The elections are just a few days away and our lifestyles are at stake. We actually want the lifestyle that we picture for ourselves, our loved ones and our environment to win the election, and we hope that the candidates that we vote for will help facilitate that. These are turbulent times, and we want to make sure that the best captain is at the helm, both nationally and locally. Elections are at least as much about the people as they are about the candidates. The candidate who wins is a reflection of the people who elected him or her. Whom we elect as president, mayor, or council member is a reflection of our values.

We can all become winners if we get clear about what we want, study which candidate can offer that and vote for that candidate. We need to educate ourselves about:

• What is happening here now.

• What is projected to happen here as best we know.

• What needs to be done to make it better.

• Who would most be able to do that in the most efficient and kind way.

This letter is not about taking sides, it is about getting clear, because if we aren’t clear on what is best for our island and don’t get candidates to address the issues important to us, with specific solutions, we will elect officials who aren’t the best qualified to steer the helm. It goes without saying that the captain must be clear and strong.

Here’s an example of one minor issue, using the above example of choosing a candidate:

• (Here and now) Last week in the Oct. 20 issue of The Garden Island, Police Chief Darryl Perry stated that Kauai Police Department is understaffed. We need more police beats, and more police to effectively care for this island right now, as it is.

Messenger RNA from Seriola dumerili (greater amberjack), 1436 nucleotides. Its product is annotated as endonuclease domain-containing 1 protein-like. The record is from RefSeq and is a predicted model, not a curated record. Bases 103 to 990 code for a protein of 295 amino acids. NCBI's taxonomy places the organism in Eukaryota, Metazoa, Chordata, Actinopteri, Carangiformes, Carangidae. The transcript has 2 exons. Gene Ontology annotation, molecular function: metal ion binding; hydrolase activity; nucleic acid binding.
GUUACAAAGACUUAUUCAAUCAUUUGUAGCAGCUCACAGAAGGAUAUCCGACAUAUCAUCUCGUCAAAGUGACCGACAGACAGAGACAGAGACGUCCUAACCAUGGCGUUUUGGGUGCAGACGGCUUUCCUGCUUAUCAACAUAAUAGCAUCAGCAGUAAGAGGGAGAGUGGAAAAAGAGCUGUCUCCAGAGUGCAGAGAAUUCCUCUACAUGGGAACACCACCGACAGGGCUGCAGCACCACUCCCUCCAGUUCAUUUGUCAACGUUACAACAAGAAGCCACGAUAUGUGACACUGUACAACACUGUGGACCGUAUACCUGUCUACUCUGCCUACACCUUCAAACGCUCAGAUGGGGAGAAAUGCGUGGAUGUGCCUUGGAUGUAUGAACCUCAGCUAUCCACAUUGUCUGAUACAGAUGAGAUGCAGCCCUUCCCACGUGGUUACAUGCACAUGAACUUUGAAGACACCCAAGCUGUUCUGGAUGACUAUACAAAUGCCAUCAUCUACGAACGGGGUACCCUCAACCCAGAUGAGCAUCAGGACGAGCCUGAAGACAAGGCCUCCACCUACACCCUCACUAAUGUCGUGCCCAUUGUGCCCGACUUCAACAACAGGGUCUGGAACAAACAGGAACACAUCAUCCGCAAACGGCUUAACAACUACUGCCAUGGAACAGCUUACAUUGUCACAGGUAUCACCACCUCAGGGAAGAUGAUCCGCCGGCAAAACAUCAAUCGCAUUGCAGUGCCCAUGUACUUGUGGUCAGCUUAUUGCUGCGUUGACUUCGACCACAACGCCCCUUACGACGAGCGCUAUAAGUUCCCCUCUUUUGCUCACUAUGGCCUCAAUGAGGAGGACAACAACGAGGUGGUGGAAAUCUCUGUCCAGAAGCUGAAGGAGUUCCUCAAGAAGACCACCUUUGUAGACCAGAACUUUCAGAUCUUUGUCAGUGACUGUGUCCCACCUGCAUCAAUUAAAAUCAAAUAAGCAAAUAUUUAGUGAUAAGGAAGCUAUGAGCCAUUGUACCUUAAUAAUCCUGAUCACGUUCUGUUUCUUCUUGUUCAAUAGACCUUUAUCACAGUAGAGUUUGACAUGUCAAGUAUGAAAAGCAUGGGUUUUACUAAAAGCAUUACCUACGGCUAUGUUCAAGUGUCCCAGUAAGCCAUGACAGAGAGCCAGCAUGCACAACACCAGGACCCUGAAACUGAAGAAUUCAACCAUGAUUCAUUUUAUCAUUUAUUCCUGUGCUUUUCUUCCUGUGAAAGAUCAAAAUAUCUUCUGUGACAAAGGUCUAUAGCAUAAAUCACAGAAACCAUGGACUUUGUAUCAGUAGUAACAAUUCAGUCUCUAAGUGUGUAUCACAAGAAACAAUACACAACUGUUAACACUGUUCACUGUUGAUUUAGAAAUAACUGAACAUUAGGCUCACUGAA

• (Projected to happen) We will have to handle the issue of the Superferry coming to Kaua‘i. State funding will decrease.

• (To make it better) The Superferry coming to Kaua‘i is put off until we can efficiently take care of our island and the 300 extra cars that could come each day as we build the police force above and beyond what it is already. Maui has had problems other than traffic with ferry passengers taking opihi, limu, and tons of ili ili stones. We would need enforcement to protect our natural resources as well as traffic issues, so most likely we would need to hire more DLNR staff as well.

• Which council and mayoral candidates would most be able to take a strong, yet respectful stand to keep the Superferry at bay until we were ready, if at all?

“Ainokea” (I don’t care) is a possible vote against what you believe in. Richard Hoaglun was a former NASA consultant, and science adviser to Walter Cronkite and CBS News during the Apollo Space program. He states that “2 percent of people coherently united outweigh 98 percent of people who are chaotically fear-based.”

Not caring puts one on the chaos side, and those who unite get the helm.

In the voting booth, when you close the curtain door, the vote is private. And just to cover choosing the best candidate for the future that we can’t predict, before you pull the lever you might want to pray for guidance to select the best captain to steer through the storms ahead.

• Annaleah Atkinson, Lihu‘e